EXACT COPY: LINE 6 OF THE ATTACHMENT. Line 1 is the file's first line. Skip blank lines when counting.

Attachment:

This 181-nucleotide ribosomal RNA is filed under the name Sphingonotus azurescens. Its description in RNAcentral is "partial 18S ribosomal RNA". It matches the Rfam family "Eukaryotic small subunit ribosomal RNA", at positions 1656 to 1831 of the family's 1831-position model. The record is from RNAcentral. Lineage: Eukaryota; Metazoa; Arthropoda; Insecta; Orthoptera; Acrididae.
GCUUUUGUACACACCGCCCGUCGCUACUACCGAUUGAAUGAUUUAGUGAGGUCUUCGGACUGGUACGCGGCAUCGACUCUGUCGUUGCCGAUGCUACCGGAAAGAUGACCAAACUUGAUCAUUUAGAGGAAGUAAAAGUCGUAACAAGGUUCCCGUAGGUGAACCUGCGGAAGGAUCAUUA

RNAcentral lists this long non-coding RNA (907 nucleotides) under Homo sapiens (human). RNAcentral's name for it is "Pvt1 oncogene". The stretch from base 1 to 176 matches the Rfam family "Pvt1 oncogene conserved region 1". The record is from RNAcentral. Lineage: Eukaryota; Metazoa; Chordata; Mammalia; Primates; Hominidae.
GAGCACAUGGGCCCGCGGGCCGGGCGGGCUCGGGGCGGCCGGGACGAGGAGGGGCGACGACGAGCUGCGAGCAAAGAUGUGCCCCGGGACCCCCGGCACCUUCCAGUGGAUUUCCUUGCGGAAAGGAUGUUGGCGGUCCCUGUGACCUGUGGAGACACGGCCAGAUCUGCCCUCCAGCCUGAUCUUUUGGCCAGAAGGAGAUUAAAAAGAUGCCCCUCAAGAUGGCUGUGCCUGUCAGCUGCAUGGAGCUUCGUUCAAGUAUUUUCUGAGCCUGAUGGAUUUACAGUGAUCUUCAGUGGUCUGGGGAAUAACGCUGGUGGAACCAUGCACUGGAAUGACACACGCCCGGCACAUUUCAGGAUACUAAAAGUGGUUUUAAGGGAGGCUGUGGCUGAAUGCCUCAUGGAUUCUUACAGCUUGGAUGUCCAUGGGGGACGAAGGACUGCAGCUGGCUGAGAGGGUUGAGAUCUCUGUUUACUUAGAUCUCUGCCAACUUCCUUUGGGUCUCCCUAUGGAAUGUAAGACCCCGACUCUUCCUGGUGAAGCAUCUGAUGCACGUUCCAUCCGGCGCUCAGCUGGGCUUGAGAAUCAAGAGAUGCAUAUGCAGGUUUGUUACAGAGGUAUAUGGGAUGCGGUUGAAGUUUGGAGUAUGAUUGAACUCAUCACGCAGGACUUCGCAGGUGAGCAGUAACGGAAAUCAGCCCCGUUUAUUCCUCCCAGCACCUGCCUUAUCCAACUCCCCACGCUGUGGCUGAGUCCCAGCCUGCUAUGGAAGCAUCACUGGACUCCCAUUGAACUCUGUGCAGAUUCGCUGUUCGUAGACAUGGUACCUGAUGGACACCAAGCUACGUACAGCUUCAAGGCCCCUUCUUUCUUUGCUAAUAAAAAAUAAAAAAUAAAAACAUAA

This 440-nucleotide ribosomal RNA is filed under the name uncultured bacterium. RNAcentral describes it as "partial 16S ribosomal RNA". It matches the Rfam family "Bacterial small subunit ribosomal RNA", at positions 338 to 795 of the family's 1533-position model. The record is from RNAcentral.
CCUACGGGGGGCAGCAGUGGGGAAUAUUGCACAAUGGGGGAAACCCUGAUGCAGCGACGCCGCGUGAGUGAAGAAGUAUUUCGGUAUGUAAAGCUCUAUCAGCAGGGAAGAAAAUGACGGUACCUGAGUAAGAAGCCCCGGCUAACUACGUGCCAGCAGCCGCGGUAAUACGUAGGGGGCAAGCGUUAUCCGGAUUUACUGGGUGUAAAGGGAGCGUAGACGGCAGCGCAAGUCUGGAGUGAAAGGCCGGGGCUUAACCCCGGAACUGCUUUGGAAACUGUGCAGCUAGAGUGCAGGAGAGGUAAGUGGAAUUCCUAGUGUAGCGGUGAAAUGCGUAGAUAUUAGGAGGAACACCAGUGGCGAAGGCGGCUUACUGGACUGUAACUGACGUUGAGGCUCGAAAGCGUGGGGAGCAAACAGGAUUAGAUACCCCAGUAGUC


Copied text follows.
CCUACGGGGGGCAGCAGUGGGGAAUAUUGCACAAUGGGGGAAACCCUGAUGCAGCGACGCCGCGUGAGUGAAGAAGUAUUUCGGUAUGUAAAGCUCUAUCAGCAGGGAAGAAAAUGACGGUACCUGAGUAAGAAGCCCCGGCUAACUACGUGCCAGCAGCCGCGGUAAUACGUAGGGGGCAAGCGUUAUCCGGAUUUACUGGGUGUAAAGGGAGCGUAGACGGCAGCGCAAGUCUGGAGUGAAAGGCCGGGGCUUAACCCCGGAACUGCUUUGGAAACUGUGCAGCUAGAGUGCAGGAGAGGUAAGUGGAAUUCCUAGUGUAGCGGUGAAAUGCGUAGAUAUUAGGAGGAACACCAGUGGCGAAGGCGGCUUACUGGACUGUAACUGACGUUGAGGCUCGAAAGCGUGGGGAGCAAACAGGAUUAGAUACCCCAGUAGUC